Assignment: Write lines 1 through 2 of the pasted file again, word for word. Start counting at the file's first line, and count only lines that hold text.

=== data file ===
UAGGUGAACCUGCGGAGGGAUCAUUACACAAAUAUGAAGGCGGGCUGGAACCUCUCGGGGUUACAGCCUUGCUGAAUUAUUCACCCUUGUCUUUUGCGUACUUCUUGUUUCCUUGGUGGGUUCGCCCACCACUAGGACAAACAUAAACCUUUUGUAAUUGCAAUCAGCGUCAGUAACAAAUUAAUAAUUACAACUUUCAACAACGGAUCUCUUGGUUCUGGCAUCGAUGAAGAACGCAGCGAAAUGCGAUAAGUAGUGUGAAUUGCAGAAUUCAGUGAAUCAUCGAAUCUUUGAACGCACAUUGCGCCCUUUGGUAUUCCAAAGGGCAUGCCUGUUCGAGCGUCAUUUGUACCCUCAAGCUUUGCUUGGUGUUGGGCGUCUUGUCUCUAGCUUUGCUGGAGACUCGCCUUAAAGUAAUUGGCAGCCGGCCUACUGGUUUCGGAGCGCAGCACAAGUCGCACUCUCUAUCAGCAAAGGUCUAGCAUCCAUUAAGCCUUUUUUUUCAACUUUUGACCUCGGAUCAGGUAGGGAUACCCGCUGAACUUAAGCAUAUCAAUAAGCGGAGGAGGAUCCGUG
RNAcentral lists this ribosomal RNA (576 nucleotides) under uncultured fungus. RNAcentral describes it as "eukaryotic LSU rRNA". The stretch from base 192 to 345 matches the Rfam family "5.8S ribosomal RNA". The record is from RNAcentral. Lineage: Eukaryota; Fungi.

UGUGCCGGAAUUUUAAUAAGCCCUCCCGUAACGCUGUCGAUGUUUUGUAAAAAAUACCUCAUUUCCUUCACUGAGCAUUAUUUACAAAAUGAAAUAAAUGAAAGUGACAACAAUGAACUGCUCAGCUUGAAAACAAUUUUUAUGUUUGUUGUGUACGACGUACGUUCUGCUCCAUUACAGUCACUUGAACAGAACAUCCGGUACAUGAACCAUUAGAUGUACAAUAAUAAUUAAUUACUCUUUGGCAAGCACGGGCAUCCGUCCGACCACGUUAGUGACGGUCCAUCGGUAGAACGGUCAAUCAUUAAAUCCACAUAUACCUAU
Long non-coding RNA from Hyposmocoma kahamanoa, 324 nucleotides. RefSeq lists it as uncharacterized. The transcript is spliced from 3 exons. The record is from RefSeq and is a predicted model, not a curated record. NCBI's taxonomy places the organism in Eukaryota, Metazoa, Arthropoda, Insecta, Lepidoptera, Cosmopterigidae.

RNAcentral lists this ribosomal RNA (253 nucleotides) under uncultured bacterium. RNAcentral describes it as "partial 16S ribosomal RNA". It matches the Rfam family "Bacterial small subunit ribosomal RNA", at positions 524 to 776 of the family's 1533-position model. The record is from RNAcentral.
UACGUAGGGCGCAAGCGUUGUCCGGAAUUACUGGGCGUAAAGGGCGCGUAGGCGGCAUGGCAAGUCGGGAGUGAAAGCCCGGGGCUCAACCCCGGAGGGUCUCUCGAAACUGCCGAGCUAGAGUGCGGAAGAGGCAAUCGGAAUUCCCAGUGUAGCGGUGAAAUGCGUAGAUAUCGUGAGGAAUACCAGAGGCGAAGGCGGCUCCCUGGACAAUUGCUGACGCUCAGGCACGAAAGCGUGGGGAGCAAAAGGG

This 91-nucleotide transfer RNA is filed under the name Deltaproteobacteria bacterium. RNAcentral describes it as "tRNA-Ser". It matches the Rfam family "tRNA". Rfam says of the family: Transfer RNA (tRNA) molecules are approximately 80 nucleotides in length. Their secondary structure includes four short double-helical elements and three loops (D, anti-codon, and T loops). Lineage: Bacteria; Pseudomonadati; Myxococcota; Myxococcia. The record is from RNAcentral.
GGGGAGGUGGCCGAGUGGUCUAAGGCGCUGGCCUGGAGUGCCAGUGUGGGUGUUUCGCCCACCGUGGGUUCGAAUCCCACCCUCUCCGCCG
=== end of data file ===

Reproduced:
UAGGUGAACCUGCGGAGGGAUCAUUACACAAAUAUGAAGGCGGGCUGGAACCUCUCGGGGUUACAGCCUUGCUGAAUUAUUCACCCUUGUCUUUUGCGUACUUCUUGUUUCCUUGGUGGGUUCGCCCACCACUAGGACAAACAUAAACCUUUUGUAAUUGCAAUCAGCGUCAGUAACAAAUUAAUAAUUACAACUUUCAACAACGGAUCUCUUGGUUCUGGCAUCGAUGAAGAACGCAGCGAAAUGCGAUAAGUAGUGUGAAUUGCAGAAUUCAGUGAAUCAUCGAAUCUUUGAACGCACAUUGCGCCCUUUGGUAUUCCAAAGGGCAUGCCUGUUCGAGCGUCAUUUGUACCCUCAAGCUUUGCUUGGUGUUGGGCGUCUUGUCUCUAGCUUUGCUGGAGACUCGCCUUAAAGUAAUUGGCAGCCGGCCUACUGGUUUCGGAGCGCAGCACAAGUCGCACUCUCUAUCAGCAAAGGUCUAGCAUCCAUUAAGCCUUUUUUUUCAACUUUUGACCUCGGAUCAGGUAGGGAUACCCGCUGAACUUAAGCAUAUCAAUAAGCGGAGGAGGAUCCGUG
RNAcentral lists this ribosomal RNA (576 nucleotides) under uncultured fungus. RNAcentral describes it as "eukaryotic LSU rRNA". The stretch from base 192 to 345 matches the Rfam family "5.8S ribosomal RNA". The record is from RNAcentral. Lineage: Eukaryota; Fungi.